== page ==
I might have missed this quiet story had a children's bookseller not pressed it into my hands. (When I described my then 10-year-old's taste she said it would be perfect for her. Thank you, Square Books, Jr.!) Alice is looking forward to celebrating her tenth birthday as she and her family head back to their cottage on Sanibel Island, Florida for summer vacation. She anticipates the unwelcome ways this trip will be different from last year's and wonders whether she’ll finally find an elusive junonia shell. This contemplative book explores the way Alice navigates the changes in her world, from friends growing up and apart to those in the perplexing world of adults, all while holding on to her hopes for the perfect birthday party. It's not for kids who need action-packed plots but will be a wonderful fit for the right reader, young or old.
- by Lamar Giles
Meet 11-year-old cousins Otto and Sheed, local sleuths who come to the rescue of their Virginia town time and again. Summer is starting to wind down—and the specter of the first day of school looms—when Mr. Flux uses his magic camera to freeze time. It’s one thing to wish summer would last longer, it’s quite another when time stands still and no one in town can move. You won’t be able to stop yourself from rooting for the Legendary Alston Boys as they use their wits and enlist the help of their rivals in order to save their town once more. (The author appeared on WSIRN Ep 186: Finding the book that feels like it was written just for you.)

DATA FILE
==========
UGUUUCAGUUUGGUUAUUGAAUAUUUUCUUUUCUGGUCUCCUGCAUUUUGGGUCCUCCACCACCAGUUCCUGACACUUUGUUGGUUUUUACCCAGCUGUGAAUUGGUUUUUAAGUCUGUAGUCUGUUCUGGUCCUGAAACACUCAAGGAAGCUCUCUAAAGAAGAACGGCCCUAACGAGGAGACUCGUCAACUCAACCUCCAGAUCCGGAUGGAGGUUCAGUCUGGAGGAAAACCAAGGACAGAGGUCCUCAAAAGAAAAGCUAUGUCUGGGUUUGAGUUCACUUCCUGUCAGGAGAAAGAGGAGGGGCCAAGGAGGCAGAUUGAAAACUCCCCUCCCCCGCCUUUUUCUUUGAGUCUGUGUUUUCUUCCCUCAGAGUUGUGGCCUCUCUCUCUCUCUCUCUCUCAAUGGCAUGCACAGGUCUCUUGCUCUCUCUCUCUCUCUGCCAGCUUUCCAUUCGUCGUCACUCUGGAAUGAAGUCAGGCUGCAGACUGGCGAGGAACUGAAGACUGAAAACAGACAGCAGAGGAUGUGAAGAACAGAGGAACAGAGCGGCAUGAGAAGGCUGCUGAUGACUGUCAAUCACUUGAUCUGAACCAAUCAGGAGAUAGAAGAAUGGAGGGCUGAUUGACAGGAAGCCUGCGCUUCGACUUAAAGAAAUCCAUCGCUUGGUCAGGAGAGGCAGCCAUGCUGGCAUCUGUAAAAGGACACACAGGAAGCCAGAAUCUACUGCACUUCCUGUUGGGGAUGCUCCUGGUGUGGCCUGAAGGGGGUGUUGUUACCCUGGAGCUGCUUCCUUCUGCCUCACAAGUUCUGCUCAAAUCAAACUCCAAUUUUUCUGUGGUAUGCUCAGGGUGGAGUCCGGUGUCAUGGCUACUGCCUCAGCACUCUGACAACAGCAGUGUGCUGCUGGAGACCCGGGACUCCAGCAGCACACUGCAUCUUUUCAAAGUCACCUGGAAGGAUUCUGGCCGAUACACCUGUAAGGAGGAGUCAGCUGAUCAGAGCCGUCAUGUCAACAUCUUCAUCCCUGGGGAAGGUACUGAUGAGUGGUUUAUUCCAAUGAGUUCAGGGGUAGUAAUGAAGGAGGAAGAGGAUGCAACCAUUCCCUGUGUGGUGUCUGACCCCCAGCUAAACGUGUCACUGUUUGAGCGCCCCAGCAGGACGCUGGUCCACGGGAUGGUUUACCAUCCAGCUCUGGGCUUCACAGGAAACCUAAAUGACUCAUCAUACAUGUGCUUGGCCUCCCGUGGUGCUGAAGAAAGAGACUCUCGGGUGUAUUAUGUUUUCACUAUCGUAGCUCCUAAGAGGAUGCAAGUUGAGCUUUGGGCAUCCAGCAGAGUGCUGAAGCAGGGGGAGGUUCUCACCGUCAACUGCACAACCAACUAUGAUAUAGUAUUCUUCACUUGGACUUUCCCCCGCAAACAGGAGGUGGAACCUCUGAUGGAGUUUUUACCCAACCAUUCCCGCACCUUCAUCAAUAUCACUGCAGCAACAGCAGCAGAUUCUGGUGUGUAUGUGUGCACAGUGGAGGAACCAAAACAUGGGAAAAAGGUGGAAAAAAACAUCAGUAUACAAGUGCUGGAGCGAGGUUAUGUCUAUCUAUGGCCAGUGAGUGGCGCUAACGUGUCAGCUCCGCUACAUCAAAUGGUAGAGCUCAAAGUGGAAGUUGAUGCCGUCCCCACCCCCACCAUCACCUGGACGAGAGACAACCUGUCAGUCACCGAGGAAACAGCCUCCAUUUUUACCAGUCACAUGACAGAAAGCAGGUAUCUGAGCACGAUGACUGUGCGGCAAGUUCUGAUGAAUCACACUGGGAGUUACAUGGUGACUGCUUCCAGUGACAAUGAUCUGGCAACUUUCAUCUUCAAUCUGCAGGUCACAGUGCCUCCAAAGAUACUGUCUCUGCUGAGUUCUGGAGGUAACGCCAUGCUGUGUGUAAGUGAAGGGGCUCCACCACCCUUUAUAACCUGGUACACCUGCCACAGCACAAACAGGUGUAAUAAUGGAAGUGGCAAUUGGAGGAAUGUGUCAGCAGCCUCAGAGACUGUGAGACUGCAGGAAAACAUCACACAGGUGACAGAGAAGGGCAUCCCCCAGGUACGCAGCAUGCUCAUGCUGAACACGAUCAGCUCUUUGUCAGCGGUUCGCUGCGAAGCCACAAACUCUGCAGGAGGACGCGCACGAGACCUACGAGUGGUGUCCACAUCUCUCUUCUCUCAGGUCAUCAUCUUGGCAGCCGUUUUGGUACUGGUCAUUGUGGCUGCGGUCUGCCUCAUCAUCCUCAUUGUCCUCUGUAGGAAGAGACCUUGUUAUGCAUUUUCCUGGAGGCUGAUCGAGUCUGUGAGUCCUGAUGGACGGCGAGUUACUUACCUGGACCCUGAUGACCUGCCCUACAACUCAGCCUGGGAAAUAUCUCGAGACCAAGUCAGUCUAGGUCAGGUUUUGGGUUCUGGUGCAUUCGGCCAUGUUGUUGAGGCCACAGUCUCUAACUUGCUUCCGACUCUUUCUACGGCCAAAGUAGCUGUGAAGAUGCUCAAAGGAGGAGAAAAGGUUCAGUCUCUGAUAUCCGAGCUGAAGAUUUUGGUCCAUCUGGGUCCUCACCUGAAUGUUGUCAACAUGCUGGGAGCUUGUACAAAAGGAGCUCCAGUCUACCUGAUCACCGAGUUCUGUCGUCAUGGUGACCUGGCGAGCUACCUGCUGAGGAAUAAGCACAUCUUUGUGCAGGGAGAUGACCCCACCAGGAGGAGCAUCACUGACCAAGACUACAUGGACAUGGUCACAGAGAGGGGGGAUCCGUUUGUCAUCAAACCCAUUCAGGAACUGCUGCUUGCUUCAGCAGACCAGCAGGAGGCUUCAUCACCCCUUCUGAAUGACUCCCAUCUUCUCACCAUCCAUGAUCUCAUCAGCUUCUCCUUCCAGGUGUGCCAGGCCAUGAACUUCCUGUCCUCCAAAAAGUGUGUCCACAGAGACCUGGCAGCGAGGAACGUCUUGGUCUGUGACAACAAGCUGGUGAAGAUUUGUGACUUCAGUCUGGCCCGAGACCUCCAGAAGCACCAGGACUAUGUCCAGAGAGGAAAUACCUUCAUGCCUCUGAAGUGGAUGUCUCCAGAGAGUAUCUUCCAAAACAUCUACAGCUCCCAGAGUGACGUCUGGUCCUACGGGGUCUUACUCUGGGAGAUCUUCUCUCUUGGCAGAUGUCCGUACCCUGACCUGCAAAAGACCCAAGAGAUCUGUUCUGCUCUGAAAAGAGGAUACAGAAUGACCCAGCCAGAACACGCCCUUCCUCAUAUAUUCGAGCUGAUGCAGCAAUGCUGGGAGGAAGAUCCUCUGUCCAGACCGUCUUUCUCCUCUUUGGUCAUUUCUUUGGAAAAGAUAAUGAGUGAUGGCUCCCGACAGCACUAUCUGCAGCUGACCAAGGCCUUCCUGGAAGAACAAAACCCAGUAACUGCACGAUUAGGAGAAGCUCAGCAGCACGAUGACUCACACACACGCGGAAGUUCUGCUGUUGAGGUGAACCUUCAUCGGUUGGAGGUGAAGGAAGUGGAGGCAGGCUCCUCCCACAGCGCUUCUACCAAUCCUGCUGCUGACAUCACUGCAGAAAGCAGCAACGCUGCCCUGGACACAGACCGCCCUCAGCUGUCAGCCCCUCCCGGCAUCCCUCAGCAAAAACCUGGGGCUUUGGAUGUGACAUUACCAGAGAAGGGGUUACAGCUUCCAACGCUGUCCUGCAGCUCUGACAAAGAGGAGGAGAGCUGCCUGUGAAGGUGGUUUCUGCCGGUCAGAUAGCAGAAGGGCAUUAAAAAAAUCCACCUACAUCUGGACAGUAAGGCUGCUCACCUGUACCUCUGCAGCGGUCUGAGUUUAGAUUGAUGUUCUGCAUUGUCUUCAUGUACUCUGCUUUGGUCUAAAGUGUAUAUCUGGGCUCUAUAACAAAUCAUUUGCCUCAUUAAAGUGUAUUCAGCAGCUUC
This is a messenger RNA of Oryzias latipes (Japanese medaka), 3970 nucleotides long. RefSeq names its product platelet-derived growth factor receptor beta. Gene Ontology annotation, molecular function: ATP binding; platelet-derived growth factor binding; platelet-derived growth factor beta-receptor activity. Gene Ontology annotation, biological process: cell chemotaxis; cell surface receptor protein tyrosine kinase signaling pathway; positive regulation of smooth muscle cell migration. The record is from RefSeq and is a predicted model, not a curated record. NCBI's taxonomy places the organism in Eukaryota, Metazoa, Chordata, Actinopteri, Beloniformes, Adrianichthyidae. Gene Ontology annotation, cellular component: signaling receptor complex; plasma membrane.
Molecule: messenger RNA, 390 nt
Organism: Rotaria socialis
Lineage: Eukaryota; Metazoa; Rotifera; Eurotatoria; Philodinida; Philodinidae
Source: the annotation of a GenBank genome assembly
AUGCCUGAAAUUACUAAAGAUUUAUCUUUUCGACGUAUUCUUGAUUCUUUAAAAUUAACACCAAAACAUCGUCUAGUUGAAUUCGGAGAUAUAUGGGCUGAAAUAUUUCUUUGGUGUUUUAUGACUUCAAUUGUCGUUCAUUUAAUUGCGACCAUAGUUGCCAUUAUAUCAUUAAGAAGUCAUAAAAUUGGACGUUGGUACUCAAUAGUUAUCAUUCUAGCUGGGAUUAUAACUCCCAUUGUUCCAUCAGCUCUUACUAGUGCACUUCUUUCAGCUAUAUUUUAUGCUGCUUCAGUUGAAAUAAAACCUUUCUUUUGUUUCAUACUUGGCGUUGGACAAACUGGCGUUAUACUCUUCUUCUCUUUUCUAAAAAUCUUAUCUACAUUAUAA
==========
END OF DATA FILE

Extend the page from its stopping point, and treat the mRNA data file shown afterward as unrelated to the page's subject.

Twelve-year-old Carol’s summer vacation isn’t turning out the way she wanted. Instead of enjoying pool parties and sleepovers with her friends, she’s helping her parents move her grandfather into a nursing home due to his dementia. It’s a rough adjustment at first, especially because her family members haven't always gotten along—which means she’s never met this prickly grandfather before. But Carol finds herself drawn to Grandpa Serge, and is mesmerized by his magical stories about a hundred year drought and what it will take to bring back the rain. A beautifully told tale of family and loss, with a dose of magical realism.
- by Kate Messner
In this coming of age story from prolific middle grade author Messner, seventh grader and former gymnast Mia is dealing with more than enough. She's recovering from a broken arm, her family's move to Vermont, and a whole lot more that will soon be revealed. The change in scenery is just what she needs, in addition to spending time with her beloved grandmother. A cricket farm may be an unusual setting but it’s used to good effect as Mia and her new friends investigate the mystery of who might be out to destroy it. This powerful story has layers about finding your voice and bringing secrets out into the light. Readers will want to know that in this too-timely story Mia is healing after experiencing a coach's sexual abuse and its cascading ramifications.